Actually Fair Queuing
AFQ allocates I/O fairly among processes according to their priorties. It has performance similar to Linux’s CFQ, while avoiding the priority inversions that can happen with CFQ.
AFQ employs a two-level scheduling strategy. Reads are handled at the block level and writes (and calls that cause writes, such as fsync) are handled at the system-call level. This design allows reads to hit the cache while protecting writes from journal entanglement. Beneath the journal, low-priority blocks may be prerequisites for high-priority fsync calls, so writes at the block level are dispatched immediately. AFQ chooses I/O requests to dequeue at the block and system-call levels using the stride algorithm . Whenever a block request is dispatched to disk, AFQ charges the responsible processes for the disk I/O. The I/O cost is based on a simple seek model.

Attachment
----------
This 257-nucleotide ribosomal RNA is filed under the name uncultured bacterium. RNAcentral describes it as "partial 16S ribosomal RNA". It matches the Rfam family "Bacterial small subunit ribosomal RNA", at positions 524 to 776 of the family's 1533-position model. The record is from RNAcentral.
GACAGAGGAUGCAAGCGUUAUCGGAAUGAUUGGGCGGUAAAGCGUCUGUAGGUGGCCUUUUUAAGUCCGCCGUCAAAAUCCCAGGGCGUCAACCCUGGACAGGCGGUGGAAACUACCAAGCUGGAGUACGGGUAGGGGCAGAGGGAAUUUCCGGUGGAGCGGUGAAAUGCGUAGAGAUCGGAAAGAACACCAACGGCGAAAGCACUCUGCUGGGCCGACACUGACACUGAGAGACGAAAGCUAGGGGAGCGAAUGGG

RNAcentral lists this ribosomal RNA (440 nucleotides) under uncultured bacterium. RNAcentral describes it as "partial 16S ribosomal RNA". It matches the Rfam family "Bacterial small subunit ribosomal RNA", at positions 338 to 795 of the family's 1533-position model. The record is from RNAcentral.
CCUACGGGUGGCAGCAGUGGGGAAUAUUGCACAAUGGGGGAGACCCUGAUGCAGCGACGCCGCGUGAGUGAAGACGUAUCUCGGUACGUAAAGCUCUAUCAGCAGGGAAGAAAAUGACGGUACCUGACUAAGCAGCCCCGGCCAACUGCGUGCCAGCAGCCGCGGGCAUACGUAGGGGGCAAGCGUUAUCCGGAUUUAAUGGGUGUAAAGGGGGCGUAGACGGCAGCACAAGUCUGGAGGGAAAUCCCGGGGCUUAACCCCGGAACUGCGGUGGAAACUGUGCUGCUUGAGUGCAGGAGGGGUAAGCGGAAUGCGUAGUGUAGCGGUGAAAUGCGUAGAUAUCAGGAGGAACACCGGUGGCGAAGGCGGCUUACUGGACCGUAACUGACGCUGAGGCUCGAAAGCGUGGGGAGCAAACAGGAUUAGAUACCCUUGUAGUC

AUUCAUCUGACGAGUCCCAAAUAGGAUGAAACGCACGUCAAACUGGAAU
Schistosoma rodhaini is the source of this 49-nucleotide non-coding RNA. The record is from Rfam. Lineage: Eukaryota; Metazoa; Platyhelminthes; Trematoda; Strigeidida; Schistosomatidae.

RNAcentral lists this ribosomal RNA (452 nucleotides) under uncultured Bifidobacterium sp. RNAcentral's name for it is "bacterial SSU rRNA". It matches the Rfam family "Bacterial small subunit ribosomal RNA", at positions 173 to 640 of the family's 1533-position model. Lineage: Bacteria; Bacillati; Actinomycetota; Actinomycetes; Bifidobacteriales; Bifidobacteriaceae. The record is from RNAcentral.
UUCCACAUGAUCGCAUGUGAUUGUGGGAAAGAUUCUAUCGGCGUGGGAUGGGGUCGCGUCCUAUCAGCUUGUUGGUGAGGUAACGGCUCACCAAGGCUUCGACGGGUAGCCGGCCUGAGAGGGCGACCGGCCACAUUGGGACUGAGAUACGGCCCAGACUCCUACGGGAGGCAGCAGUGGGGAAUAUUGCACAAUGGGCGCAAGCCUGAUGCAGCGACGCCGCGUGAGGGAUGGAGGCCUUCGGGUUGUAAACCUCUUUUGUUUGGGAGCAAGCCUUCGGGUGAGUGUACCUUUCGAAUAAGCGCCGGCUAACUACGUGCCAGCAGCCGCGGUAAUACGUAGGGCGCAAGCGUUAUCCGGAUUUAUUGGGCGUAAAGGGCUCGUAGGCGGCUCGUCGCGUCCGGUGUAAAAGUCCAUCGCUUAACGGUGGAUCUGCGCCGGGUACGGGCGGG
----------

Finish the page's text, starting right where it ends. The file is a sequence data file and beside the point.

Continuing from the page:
[Linux’s] Block-Deadline scheduler does poorly when trying to limit tail latencies, due to its inability to reorder block I/Os in the presence of ﬁlesystem ordering requirements. Split-level scheduling, with system-call scheduling capabilities and memory-state knowledge, is better suited to this task. We implement the Split-Deadline scheduler by modifying the Linux deadline scheduler (Block-Deadline)…
To show the benefits for real databases, SQLite and PostgreSQL are measured with both Split-Deadline and Block-Deadline.